On Friday, Whoopi Goldberg used The View as a platform to ask actor Jason Schwartzman for help in landing a role in an upcoming Wes Anderson film, in what seemed like a joke.
Whoopi didn't have any preference in terms of which film; the Academy Award-winning comedienne just wanted a shot. As she lamented in a put-upon Valley Girl accent, Wes Anderson doesn't, like, hire, like, a lot of people color for his films, so like, maybe, like Jason, who has been in like 5 of his damn films, could, like, pass her overly-qualified résumé on to the Academy Award-winning director for her? Like, thanks! Giggle, giggle.
Though Whoopi's dreads are bouncing to and fro, and the is audience laughing (uncomfortably?), it's important to remember that her groveling is actually valid, considering Hollywood's awful track record when it comes to diversity. While Schwartzman reviews Whoopi's résumé with wide-eyed disbelief, his on-air partner Adam Scott chuckles, "Can't you just hold up your Oscar and get anything you want?!"
It is at that moment Whoopi drops the Valley Girl façade: Her back straightens, she ceases to flit about, and her voice lowers as she shoots back, "I wish that were the case, baby." She's slipped into the cadence of Ghost's Oda Mae Brown, adding a head nod for emphasis; the audience roars in agreement. Schwartzman cuts in to say how influenced he is by the comedy legend; Raven Symone purses her lips.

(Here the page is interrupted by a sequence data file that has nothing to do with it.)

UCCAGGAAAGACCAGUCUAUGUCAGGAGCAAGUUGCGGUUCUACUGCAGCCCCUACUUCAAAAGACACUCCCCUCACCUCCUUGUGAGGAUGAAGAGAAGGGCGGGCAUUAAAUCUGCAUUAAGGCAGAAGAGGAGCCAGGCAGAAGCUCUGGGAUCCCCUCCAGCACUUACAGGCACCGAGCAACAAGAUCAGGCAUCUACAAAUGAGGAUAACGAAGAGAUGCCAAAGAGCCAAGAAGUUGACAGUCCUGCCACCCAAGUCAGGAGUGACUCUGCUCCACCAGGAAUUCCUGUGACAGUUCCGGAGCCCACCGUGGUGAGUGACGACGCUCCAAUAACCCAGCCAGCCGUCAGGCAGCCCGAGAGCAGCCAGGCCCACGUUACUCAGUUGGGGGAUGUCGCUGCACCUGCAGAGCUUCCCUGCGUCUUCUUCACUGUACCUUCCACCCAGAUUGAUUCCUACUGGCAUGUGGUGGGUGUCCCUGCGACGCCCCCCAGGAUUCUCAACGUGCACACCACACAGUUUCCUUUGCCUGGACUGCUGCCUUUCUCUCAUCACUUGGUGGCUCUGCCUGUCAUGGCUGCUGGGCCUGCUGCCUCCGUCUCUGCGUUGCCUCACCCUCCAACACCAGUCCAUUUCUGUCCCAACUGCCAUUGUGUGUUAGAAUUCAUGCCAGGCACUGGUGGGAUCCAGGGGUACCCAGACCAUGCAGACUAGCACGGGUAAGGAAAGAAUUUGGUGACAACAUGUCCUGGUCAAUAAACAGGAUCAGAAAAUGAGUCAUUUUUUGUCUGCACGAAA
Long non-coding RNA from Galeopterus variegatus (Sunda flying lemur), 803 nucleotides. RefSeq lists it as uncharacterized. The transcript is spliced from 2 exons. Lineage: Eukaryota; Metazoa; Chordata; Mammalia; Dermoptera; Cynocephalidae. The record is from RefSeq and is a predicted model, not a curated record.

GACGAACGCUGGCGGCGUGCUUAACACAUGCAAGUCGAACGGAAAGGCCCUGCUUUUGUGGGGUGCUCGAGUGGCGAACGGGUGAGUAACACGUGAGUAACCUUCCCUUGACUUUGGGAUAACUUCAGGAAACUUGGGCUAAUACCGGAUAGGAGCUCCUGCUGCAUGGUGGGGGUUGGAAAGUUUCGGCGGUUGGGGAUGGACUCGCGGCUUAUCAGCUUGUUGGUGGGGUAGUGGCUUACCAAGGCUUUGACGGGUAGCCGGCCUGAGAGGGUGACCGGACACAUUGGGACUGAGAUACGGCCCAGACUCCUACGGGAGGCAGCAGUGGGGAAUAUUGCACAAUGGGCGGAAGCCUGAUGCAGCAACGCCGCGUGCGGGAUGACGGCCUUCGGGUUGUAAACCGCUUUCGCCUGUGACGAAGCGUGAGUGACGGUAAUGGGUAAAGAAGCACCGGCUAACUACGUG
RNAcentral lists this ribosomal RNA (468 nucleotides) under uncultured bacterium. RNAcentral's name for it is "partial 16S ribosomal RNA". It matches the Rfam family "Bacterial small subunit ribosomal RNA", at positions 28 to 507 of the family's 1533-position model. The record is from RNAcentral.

Dazed and Confused characterized Whoopi's call-out during the incident as "delicate" and "humorous." Whoopi may have jokingly used a funny voice to address this issue, but it's clear that she is actually seething.
Wes Anderson has cast people of color in his films: 2014's The Grand Budapest Hotel was centered around the ethnically ambiguous (as well as precocious and morally incorruptible) protagonist "Zero Mustafa," played delightfully by actor Tony Revolori, who is of Guatemalan descent. However, Anderson has never cast a black woman in any significant role; his brand of storytelling is white male-centric. Even Goldberg's Color Purple co-star, Danny Glover, was wildly underused in 2001's Royal Tenenbaums, save for the infamous scene in which a salty Gene Hackman provokes Glover's character with crypto-racist heckling.
Knowing this, Whoopi attempts to get Anderson's attention by calling on two white male actors whose careers, while impressive (and Jason Schwartzman is one of my favorite actors), hardly compare to her own. An Oscar does not ensure that she, a black actress, gets the same kind of access as the white guys. Whoopi alters her speech and her mannerisms to make this point: channeling a white female stereotype, dumbing herself down, feigning adoration for these white male actors helps her appear non-threatening. By subverting racial and gender stereotypes, Whoopi demonstrates how significant they are, how ideas of who is seen as a leading lady or valuable at the box office are racially charged.
While we all know Anderson has an unwavering devotion to nostalgia and details that make his films exquisite, the director still leaves room for modernity. He might communicate through vinyl records or mini typewriters, but the director is still speaking very much in the now. And as Goldberg alludes to, it would seem that more diversity would be the most striking of "visual tics and flourishes" he's imbued into his curated worlds.
Marjon Carlos is a style and culture writer for Fusion who boasts a strong turtleneck game and opinions on the subjects of fashion, gender, race, pop culture, and men's footwear.